The breakthrough came when Paul suggested I adjusted CV57, which according to the Zimo manual, reduces top speed by reducing the voltage to the motor and effectively 'compresses' the gear changes into a lower speed range.

    CV57 changes certainly made the difference - I can now get the full 4 gear changes automatically in about 15ft of test track, without adjusting the throttle.

    These are the settings I ended up with

    CV 57 set low to =30
    CV3 = 50
    CV4 = 60
    CV5 =1 (=255, default)
    CV6 - 120 (default)

    I also used Decoder Pro to set the speed curve to a log curve.


    See here for information on setting speed curves using Decoder Pro:
    Comprehensive Programmer - Speed Control Pane

    Of course these settings may change slightly as time goes by, but it’s a start!

    ….and then we had another problem, or rather 2 problems.

    On the layout, the Railbus kept derailing when negotiating point-work. Initially we thought it was due to the long rigid wheelbase, through admittedly tight check-rails, but when checked against a BR Mk1 Horsebox, it was virtually the same. Also the lights both back & front kept flickering on & off, no matter which direction the model was running.

    Eventually we checked the back-to-back measurement and it was quite a way out on both wheels. In fact one was worse than the other. So we removed the keeper plates, extracted the wheelsets and managed to carefully persuade them outwards to the required 29mm.

    On replacing the wheels, we ensured that the pickups were making really good contact, as we suspected this was the cause of the flickering lights.

    Testing again on the layout point-work, all was well and gone were the flickering lights. My friend is pleased.

    Anyone else had problems with Heljan back-to-back measurement?


    Attached Files:

    Osgood, fenman, cbrailways and 6 others like this.
  15. Cliff Williams

    Cliff Williams Western Thunderer

    Yes ! Back to backs are a bit crap on some Heljan stock - Mk1s, Hymeks, 40s are the worst offenders, with some dubious issues on their modern vans.

    I would also advise fitting a stay alive unit it to it, in my case I gave up and threw it in the central section at the doors. Suffice to say it ran faultlessly at Modelrail Scotland for three days.
    daifly likes this.
  16. SoundsLoco

    SoundsLoco Member


    I asked the head man, Peter Zeigler, about the name of this feature during one of my visits to the factory in Vienna.

    The system was developed to make it easier to assign multiple lighting paterns. to single F keys. This was to cope with full lighting arrays of a high end model of a Swiss loco (I forget which one). During development, it was refered to as Swiss Mapping (or more accurately Schweizer Mapping) and the nick name was transfered to the decoder manual as the 'official' terminology. It was translated to Swiss Mapping in the English language manual.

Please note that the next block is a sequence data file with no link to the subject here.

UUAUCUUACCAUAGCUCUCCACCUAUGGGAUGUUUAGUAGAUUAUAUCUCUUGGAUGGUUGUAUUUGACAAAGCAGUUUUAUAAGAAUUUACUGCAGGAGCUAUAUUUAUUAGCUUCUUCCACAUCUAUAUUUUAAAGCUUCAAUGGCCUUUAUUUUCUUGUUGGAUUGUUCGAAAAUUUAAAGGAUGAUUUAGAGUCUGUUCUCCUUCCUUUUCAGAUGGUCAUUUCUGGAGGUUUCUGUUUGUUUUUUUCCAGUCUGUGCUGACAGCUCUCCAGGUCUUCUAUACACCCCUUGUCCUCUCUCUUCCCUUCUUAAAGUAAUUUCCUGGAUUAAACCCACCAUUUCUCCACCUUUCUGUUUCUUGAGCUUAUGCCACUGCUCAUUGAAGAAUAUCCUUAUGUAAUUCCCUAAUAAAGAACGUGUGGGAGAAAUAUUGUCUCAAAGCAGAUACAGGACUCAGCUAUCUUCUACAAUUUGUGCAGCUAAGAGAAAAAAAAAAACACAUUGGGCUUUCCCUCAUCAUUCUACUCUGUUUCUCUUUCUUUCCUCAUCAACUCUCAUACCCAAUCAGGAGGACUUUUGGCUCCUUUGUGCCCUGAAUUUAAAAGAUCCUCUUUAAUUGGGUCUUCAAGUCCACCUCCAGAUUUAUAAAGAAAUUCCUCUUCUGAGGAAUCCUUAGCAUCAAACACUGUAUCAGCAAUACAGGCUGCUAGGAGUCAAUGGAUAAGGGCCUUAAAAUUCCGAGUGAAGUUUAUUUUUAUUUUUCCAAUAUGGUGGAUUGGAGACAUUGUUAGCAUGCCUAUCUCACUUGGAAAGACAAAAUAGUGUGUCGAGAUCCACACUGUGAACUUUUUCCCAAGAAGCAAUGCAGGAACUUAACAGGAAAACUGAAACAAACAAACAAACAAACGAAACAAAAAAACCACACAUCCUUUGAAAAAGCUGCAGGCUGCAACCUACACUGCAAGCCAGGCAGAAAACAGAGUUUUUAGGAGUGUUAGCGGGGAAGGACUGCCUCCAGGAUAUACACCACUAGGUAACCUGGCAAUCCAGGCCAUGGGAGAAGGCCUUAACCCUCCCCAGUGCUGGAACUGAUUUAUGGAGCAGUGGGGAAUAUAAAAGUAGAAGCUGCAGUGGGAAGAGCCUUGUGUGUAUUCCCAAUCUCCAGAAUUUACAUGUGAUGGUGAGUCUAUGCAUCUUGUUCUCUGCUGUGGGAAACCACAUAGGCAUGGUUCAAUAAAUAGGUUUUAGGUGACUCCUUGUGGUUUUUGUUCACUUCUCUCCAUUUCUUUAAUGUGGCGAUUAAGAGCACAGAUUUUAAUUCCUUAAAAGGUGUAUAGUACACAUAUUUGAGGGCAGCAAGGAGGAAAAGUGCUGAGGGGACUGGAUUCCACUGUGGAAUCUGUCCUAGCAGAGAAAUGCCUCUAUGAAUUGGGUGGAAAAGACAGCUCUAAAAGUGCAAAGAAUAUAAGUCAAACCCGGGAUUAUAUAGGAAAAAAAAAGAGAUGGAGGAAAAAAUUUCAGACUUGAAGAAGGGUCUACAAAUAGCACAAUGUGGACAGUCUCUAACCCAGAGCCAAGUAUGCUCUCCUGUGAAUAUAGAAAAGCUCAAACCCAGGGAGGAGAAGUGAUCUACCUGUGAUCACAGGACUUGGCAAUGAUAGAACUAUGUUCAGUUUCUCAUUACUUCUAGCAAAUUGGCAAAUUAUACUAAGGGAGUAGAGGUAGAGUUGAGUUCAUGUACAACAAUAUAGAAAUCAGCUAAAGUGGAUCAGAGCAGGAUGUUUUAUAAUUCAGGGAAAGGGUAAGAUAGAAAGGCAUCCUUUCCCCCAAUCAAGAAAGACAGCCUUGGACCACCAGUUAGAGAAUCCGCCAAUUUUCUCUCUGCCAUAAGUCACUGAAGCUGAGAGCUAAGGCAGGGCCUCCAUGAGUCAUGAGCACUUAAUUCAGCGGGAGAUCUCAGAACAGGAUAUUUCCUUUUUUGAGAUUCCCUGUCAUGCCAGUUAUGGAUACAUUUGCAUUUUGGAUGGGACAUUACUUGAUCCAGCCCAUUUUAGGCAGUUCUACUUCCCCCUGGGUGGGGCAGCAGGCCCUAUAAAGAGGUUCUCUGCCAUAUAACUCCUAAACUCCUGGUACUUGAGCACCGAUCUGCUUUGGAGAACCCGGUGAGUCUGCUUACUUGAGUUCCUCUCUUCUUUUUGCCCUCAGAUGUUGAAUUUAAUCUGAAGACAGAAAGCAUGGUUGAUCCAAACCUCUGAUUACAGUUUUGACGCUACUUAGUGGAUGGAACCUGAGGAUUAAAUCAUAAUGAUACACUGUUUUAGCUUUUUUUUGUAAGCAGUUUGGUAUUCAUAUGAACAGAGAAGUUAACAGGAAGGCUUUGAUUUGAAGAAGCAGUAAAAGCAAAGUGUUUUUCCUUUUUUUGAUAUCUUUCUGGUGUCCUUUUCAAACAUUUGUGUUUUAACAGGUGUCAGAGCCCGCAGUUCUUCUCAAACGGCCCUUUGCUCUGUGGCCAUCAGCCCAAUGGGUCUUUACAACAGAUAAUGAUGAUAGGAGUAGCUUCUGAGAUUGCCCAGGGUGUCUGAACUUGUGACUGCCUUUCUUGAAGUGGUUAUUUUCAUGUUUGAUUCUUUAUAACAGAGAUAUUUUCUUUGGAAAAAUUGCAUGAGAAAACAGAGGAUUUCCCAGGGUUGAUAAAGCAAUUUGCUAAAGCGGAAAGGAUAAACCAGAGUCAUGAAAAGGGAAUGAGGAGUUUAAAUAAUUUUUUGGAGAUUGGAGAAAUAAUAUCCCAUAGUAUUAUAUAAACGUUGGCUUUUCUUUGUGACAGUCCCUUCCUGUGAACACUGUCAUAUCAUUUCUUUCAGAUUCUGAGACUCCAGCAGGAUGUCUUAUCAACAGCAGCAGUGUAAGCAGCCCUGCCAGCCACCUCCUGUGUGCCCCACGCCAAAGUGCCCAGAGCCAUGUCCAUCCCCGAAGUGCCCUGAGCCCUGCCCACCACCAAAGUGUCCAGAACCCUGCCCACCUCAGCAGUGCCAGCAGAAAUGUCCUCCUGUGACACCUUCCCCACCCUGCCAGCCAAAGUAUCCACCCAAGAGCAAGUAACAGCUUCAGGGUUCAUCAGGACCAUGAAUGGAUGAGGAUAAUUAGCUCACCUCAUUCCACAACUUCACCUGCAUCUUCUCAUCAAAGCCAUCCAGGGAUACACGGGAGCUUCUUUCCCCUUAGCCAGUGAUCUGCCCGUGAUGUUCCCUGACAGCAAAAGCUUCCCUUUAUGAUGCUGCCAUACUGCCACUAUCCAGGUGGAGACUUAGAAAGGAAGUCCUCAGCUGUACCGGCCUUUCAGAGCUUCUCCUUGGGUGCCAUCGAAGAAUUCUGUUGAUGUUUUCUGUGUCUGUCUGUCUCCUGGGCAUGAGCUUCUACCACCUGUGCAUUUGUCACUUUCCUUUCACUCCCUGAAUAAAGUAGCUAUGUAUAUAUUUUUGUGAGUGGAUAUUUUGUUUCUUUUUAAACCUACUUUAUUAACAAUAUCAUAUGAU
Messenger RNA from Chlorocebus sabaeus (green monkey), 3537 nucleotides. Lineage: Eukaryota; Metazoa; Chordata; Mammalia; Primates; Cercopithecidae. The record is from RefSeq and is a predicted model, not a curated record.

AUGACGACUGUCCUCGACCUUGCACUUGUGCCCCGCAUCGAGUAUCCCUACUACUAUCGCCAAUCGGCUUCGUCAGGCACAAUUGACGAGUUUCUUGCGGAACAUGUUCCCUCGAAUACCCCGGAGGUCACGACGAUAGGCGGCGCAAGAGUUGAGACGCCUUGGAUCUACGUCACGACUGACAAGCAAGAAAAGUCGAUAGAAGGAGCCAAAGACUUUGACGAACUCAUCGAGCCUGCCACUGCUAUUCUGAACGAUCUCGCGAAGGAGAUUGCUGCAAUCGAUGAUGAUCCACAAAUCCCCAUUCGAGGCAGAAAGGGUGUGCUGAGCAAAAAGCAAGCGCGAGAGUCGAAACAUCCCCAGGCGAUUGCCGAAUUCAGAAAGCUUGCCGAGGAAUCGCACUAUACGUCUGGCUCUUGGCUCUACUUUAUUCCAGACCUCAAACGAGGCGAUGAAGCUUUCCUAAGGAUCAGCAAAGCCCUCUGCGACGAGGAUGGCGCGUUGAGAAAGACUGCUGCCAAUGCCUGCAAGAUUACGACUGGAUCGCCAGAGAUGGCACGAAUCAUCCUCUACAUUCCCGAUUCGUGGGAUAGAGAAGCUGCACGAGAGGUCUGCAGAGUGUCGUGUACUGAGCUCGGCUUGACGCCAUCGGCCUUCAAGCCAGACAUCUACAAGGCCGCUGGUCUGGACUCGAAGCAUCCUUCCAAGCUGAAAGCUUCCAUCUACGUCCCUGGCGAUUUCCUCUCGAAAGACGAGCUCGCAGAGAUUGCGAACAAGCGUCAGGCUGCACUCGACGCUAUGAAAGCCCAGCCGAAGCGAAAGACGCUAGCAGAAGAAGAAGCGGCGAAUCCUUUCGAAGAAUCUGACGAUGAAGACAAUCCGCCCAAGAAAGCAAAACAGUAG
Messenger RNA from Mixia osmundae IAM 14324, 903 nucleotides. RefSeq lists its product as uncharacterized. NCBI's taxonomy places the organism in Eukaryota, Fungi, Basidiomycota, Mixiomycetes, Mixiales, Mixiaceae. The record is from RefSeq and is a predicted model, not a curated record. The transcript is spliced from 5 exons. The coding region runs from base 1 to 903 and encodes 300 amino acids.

I think the name detracts from its wider appeal. The examples in the manual serve more to confuse than to illuminate

    It is a very powerful tool allowing project creators and end users alike to customise projects in many ways.

    In simple terms it allows any Function Output (Aux) to be assigned to any F key. It also allows different dimming values for each FO, the ability to layer multiple functions on one key, some or all of which can be inverted (engage to switch 'off').

    It can be used to allow, say, function A to operate only when function B is active, though that function B may operate alone without triggering function A.

    Confusing? Imagine a loco with markers (function B) and a High Intensity headlamp (function A). You want to be able to illuminate markers only or markers plus HI lamp but not HI lamp on its own. (prototypical).

    This is simple with SM. Markers have their own F key for on/off switching. HI lamp has a separate F key for on/off but 'on' is only allowed when the markers are already illuminated.

    It is also possible to eliminate the separate F key for the HI lamp, by making this automatically illuinate when the loco begins to move (or exceeds a user designated speed step) and switches off automatically when the loco is stationary (or drops below the user designated speed step).

    The MX645 decoder mentioned in this thread has 10 FOs as standard so there are plenty to choose from.

    The PluX version of this decoder was fitted to the Little Loco Company Class 15. Each of the four marker lamps at each end, plus the cab light can be independently controlled, so although on the face of it a fairly simple British lighting scheme it still uses 9 FOs. Fitting a Stay Alive capacitor pack does not require the sacrifice of an FO so all are available all of the time.

    There are 17 groups of 6 CVs available for assigning functions to F keys in SM. That's a lot, as you say, but there's no requirement to use all 17 groups, and typically only 3 CVs within a used group would need to be set.